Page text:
net.Accept question

I’m trying to understand the behavior of net.Accept, it turns out that golang program is accepting new connections even if the goroutine that executed net.Accept is blocked. Here is
the example.

package main

import (

func main() {
        ln, err := net.Listen("tcp", ":8080")
        if err != nil {

        for {
                conn, err := ln.Accept()
                if err != nil {
                        log.Println("Conn error: ", err)

                go handleConn(conn)
                time.Sleep(10 * time.Minute)


func handleConn(conn net.Conn) {
        conn.Write([]byte("Bye bye\n"))

Even that goroutine is sleeping I can make new connections and send data, the connections with the sent data will be processed later when goroutine will wake up.

It looks like something else is accepting connections for us.
I know that sleeping or blocking there make sense in just some cases (like limiting connections to our program) but I would like to understand why it is working like this. The same thing done in C will cause the new connection to fail and this is what I would expect because I’m not accepting any new connections.

1 Like

@tmw, what is “ln” here?

ln is the return of net.Listen function, in this case, it is a tcp network listener that is accepting connections on port 8080.

ln.Accept() is in the for {} loop and not inside the goroutine you start on go handleConn(conn). That will start a new goroutine for every cycle of the for loop. Is that not what you want?

You should probably also add a continue inside the error handling there so that you do not start a goroutine if there is an error, but skip to the next cycle instead.


I completely missed the 10 minute sleep. I’m not sure what you are doing on your end (do you have another version of this running still? A process might be stuck).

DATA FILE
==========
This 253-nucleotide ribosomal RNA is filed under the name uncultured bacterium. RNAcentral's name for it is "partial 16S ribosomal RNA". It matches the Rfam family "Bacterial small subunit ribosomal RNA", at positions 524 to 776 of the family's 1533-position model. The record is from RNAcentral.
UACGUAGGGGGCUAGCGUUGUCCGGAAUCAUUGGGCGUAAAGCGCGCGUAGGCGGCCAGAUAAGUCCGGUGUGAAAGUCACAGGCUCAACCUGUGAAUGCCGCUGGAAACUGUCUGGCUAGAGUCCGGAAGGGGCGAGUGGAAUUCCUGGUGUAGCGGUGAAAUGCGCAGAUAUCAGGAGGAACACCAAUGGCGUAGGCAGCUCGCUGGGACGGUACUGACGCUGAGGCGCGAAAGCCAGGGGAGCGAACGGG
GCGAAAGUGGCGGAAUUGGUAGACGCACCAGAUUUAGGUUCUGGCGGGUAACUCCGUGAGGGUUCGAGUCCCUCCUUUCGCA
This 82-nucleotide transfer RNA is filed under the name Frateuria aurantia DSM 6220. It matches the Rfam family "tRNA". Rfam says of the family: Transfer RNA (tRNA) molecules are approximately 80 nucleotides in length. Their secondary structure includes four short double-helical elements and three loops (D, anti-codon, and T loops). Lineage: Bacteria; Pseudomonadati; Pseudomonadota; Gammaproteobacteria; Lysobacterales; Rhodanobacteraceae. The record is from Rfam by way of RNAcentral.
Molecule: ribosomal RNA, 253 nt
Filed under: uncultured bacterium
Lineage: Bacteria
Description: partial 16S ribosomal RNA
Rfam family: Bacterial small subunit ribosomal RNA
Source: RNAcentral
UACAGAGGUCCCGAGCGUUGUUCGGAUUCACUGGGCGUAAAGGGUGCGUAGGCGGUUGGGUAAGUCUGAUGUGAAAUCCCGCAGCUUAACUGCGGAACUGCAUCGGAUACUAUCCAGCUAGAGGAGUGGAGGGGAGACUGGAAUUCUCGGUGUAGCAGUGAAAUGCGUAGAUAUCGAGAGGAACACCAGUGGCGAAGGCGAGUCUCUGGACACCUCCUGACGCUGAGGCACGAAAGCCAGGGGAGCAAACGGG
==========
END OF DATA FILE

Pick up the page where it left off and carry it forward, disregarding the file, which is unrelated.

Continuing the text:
For me this will say “Bye bye” to the first connection, and the second connection will not work until the 10 minute sleep is done.

maybe that port is busy. did u tried changing port number?

Yes, it will do that, it will say “Bye bye” to the first connection and then it will not work until 10-minute sleep. My question is why I can connect other clients within this 10-minute window? I can connect and send data even that I do not accept any connections.
This scenario written in C will cause the new connections to break because we are not accepting new connections for 10 minutes, we are sleeping.

1 Like

because Accept has a queue in system, if you don’t accept the connection, system will save for you!

Well, sure there is a queue where sockets wait for being accepted but when we do not execute accept the system will not accept it for us. The other thing is that we will not be able to send data to connections that were not accepted.
From the accept(2)

The accept() system call is used with connection-based socket types
       (SOCK_STREAM, SOCK_SEQPACKET).  It extracts the first connection
       request on the queue of pending connections for the listening socket,
       sockfd, creates a new connected socket, and returns a new file
       descriptor referring to that socket.

Write the code that I posted in C and you will see the difference.

It looks like something in Golang is accepting new connections (netpoller ?) even that we do not Accept them.
I was surprised looking at this, normally when you do not accept connection it will be not accepted :slight_smile:.

It seems that in golang everything will be accepted and it will accept an unlimited amount of data send to the socket without our knowledge/permission.
If this is the way golang wants it to be then fine, I was just surprised and did not find anything about this in the documentation.

Ok, it was my misunderstanding.
The behavior of Golang and C program is the same, the difference was backlog parameter in C, it was too low and that is the reason why new connections go to SYN_RECV and finally were dropped. In Golang the backlog parameter is set to 128 and it could handle more connections in the pending connection’s queue.

So in summary, if we sleep like in my example the number of connections requests will be accepted (ESTABLISHED state) up to backlog limit (128 in golang example). If the queue is full then the new connections will go into SYN_RECV state and if accept will not take any of the pending connection from the queue the connections in SYN_RECV will fail.

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